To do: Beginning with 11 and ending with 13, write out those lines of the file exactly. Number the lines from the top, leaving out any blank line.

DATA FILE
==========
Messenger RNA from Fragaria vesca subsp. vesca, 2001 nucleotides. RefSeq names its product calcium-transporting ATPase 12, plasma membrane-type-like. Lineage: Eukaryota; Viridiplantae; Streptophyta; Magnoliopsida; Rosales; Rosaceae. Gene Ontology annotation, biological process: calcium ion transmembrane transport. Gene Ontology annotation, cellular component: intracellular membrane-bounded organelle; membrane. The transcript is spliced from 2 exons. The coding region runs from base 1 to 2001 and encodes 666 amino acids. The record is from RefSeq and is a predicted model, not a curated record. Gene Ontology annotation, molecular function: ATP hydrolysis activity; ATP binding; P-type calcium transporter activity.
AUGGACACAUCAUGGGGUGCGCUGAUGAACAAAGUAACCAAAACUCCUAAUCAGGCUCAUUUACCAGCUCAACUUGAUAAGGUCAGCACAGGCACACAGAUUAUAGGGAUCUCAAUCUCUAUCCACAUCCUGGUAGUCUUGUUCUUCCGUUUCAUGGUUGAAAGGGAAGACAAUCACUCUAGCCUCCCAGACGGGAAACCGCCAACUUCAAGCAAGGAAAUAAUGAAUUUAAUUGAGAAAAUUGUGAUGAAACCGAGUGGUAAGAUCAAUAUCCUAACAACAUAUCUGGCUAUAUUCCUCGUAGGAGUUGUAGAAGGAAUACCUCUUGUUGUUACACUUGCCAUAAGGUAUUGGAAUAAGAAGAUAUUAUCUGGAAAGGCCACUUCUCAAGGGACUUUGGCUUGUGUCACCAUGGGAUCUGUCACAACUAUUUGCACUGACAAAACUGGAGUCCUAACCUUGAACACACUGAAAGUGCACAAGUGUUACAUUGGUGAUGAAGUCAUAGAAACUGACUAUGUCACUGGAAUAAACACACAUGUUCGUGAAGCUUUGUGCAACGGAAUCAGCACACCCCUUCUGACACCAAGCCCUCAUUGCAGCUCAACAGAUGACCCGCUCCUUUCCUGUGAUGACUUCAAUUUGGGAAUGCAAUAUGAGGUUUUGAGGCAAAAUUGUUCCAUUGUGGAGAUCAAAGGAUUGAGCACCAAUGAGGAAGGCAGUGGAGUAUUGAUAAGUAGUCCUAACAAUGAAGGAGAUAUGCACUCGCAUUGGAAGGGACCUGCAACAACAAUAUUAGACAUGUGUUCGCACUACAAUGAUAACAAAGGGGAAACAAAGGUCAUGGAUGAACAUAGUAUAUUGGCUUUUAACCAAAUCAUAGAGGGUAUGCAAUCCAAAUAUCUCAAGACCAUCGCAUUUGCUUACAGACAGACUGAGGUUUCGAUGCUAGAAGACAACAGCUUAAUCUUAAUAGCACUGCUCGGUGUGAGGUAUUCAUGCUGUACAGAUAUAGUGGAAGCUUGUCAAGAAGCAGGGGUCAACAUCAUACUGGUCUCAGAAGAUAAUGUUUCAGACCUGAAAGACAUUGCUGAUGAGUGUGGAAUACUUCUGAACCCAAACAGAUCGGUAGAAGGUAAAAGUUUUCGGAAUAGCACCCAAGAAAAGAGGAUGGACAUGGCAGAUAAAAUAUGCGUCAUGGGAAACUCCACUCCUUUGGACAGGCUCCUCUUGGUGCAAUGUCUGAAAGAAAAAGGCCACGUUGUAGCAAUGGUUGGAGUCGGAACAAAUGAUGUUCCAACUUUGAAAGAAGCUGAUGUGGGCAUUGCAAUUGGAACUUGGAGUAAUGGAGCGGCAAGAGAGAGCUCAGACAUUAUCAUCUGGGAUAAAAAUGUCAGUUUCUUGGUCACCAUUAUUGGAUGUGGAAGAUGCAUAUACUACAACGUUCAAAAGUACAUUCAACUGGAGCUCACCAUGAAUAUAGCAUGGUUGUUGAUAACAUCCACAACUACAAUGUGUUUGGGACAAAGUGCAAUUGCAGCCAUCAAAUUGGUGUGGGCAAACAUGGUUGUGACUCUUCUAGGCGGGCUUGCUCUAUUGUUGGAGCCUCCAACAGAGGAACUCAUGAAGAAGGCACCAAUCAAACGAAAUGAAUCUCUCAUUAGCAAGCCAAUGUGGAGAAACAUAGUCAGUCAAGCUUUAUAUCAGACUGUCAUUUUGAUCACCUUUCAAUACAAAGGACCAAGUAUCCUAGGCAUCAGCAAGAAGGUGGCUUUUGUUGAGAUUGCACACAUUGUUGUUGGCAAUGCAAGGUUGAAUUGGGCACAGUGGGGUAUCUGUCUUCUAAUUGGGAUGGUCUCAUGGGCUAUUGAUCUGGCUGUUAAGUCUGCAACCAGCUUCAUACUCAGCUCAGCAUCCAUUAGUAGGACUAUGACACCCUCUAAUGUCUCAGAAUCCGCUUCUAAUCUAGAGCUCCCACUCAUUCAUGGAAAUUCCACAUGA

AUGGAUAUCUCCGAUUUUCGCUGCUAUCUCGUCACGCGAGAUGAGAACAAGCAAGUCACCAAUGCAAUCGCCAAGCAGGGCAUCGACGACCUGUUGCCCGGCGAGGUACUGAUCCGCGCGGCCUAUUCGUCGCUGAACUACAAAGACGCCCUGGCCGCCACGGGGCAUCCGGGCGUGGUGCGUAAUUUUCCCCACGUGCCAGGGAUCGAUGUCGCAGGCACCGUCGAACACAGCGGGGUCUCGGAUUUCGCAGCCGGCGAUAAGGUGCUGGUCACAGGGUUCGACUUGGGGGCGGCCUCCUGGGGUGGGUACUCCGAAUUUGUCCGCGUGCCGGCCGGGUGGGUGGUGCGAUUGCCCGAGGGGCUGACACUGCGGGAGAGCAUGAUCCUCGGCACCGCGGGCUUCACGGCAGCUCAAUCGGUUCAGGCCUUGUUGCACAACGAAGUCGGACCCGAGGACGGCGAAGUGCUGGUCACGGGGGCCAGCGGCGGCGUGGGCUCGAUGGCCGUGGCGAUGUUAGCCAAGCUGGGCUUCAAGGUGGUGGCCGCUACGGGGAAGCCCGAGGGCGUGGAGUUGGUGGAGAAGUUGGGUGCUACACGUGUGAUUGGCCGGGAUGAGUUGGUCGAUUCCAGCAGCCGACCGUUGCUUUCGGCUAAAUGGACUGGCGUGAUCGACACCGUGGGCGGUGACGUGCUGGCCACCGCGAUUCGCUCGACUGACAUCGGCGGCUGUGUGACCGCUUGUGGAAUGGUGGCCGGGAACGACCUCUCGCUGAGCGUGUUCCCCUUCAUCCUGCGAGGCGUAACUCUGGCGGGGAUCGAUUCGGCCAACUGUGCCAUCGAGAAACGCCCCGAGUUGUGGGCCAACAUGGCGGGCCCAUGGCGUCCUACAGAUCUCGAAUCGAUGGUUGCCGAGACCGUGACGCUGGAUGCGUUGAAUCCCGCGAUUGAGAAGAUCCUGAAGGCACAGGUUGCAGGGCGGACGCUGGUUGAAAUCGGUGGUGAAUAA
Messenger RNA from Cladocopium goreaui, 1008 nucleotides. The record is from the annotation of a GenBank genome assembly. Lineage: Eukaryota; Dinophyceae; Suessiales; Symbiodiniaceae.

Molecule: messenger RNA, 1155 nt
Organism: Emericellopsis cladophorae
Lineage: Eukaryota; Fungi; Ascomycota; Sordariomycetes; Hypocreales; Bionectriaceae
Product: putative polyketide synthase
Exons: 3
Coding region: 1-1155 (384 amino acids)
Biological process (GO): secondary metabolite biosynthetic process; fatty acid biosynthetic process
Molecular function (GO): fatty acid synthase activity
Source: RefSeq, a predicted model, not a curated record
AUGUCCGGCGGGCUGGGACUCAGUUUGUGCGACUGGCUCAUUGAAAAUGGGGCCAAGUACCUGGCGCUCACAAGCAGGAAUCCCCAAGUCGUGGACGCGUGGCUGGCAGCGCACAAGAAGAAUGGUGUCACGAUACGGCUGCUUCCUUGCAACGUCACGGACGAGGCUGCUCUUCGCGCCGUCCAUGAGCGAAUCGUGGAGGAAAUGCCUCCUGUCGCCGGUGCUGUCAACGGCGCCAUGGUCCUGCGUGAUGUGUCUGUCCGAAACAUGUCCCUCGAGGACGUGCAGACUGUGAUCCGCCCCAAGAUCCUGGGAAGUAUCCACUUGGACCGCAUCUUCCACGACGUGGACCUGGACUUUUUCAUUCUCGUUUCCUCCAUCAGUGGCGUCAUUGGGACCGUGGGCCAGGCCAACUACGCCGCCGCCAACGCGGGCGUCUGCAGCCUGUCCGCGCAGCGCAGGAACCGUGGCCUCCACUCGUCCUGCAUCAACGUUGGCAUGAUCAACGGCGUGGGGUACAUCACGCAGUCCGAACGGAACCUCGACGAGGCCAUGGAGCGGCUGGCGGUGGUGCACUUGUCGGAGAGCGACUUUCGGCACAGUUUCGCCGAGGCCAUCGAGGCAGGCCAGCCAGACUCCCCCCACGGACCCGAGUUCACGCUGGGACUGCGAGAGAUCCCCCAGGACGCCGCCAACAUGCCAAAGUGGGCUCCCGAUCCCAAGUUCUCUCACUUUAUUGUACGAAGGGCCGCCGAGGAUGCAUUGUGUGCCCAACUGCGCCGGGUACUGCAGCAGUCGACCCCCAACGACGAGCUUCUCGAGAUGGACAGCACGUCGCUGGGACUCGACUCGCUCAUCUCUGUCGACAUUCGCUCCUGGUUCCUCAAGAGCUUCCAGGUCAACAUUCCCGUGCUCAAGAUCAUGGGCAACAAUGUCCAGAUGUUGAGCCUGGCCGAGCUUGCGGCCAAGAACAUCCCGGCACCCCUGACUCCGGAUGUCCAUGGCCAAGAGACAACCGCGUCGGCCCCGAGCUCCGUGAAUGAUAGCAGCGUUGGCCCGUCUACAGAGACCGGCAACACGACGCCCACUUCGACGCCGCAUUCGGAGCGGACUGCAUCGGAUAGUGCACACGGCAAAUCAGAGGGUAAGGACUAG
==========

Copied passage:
Biological process (GO): secondary metabolite biosynthetic process; fatty acid biosynthetic process
Molecular function (GO): fatty acid synthase activity
Source: RefSeq, a predicted model, not a curated record